A careful physical examination often reveals otitis media, pharyngitis, or a viral exanthem.
Full neurologic examination should be done.
Serial evaluations of the patient's neurologic status are essential.
Check for meningeal signs as well as for signs of trauma or toxic ingestion.
o Blood studies (serum electrolytes, calcium, phosphorus, magnesium, and complete blood count ) are not
routinely recommended in the work-up of a child with a first simple febrile seizure.
The American Academy of Pediatrics (AAP) recommendations regarding the performance of
LP in the setting of febrile seizures, include the following :
o LP should be performed when there are meningeal signs or symptoms or other clinical features that
suggest a possible meningitis or intracranial infection.
o LP should be considered in infants between 6 and 12 months if the immunization status
for Haemophilus influenzae type b or Streptococcus pneumoniae is deficient or undetermined.
o LP should be considered when the patient is on antibiotics because antibiotic treatment can mask the
signs and symptoms of meningitis.
Electroencephalogram (EEG) .
o Routine electroencephalography (EEG) is not warranted, particularly in the setting of a
neurologically healthy child with a simple febrile seizure.
o EEG may indicated in complex febrile seizure with abnormal neurologic examination or in febrile
status epilepticus .
o Neuroimaging with computed tomography (CT) or MRI is not required for children with simple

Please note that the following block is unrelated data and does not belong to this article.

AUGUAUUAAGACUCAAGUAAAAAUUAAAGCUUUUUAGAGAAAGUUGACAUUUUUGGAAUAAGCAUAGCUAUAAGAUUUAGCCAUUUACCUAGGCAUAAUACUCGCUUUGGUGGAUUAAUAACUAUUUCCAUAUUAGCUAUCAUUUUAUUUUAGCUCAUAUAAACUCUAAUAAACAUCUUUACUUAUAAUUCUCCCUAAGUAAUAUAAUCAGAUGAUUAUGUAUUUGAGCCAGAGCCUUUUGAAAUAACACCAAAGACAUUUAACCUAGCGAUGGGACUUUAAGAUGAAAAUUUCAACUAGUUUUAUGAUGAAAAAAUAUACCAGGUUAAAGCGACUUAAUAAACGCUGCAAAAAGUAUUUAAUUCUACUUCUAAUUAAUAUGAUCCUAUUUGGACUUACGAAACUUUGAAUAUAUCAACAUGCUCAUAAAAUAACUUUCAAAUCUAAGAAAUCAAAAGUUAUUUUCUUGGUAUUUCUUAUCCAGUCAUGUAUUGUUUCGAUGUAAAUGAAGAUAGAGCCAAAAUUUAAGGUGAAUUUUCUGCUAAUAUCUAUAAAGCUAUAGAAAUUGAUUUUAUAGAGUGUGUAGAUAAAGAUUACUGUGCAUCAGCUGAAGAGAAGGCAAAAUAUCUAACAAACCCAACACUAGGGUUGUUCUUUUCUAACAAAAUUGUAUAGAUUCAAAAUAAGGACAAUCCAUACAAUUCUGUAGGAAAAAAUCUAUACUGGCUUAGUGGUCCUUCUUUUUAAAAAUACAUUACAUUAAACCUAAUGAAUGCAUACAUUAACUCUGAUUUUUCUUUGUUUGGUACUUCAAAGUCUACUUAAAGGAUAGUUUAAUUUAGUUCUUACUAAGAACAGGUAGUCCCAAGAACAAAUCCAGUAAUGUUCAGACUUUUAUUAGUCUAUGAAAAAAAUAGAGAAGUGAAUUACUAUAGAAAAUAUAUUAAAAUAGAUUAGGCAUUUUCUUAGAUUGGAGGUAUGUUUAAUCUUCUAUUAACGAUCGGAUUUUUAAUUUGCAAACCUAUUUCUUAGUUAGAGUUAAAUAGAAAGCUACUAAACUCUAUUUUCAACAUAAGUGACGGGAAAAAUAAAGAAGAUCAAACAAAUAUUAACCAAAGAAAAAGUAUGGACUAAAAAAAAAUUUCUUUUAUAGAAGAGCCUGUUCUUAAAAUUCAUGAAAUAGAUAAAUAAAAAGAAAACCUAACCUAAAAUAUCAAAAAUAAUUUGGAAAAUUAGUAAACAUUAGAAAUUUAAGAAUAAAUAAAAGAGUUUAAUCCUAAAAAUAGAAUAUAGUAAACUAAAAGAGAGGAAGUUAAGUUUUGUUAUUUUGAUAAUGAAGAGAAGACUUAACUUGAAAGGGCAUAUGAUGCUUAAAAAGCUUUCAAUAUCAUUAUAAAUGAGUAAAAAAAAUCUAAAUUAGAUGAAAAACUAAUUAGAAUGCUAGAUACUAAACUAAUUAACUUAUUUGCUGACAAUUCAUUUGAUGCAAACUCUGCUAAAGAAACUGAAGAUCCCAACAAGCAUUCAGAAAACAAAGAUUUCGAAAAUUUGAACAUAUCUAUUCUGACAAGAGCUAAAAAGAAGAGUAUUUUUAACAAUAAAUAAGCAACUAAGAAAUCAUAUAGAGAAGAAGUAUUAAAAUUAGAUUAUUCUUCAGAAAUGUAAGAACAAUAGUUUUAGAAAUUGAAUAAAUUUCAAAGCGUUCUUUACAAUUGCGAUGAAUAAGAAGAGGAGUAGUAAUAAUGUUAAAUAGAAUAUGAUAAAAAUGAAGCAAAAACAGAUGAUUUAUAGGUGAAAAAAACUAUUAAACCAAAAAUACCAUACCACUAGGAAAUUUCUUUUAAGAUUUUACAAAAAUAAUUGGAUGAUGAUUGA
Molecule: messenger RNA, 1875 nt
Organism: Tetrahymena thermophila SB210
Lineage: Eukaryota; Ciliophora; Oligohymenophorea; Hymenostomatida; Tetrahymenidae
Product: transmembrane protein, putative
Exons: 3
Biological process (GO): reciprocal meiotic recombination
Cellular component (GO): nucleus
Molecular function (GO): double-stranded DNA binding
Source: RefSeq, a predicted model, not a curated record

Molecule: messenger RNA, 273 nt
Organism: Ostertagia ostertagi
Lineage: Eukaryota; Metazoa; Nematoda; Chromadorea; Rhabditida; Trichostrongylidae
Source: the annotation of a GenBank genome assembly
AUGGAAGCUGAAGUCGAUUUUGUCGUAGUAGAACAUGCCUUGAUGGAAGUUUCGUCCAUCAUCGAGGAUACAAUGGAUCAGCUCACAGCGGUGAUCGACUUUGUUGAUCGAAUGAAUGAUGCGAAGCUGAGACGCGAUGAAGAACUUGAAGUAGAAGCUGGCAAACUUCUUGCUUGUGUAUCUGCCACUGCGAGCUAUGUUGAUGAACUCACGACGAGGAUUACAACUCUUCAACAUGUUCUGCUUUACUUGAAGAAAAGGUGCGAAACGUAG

o The incidence of intracranial pathology in children presenting with complex febrile seizures also
appears to be very low.
o Urgent neuroimaging (CT with contrast or MRI) should be done in children with abnormally large
heads, a persistently abnormal neurologic examination, particularly with focal features, or signs
and symptoms of increased intracranial pressure.
The majority of febrile seizures have ended spontaneously by the time the child is first
evaluated, and the child is rapidly returning to a normal baseline. In such cases, active treatment
with benzodiazepines is not necessary .
In children with febrile seizures that continue for more than five minutes, we recommend
treatment with intravenous (IV) benzodiazepines (diazepam 0.1 to 0.2 mg/kg or lorazepam 0.05
to 0.1 mg/kg) Buccal midazolam (0.2 mg/kg, maximum 10 mg) is an alternative when IV access is
Patients with continued seizures despite initial benzodiazepine administration (ie, febrile status
epilepticus) should be treated promptly with additional anticonvulsant medications, as are other
patients with status epilepticus.
Most children with simple febrile seizures do not require hospital admission and can be
discharged safely to home once they have returned to a normal baseline and parents have been
educated about the risk of recurrent febrile seizures.
Diazepam at the 1st onset of fever for duration of the febrile illness may be effective but will
sedate a child and complicate the evaluation for the source of the fever .
Prophylactic anticonvulsants are not recommended after febrile seizure.
Measures to control the fever such sponging, tepid baths, antipyretics and antibiotics for
proven bacterial illness are reasonable but unproven to prevent recurrent of febrile seizure .
Parent education and reassurance .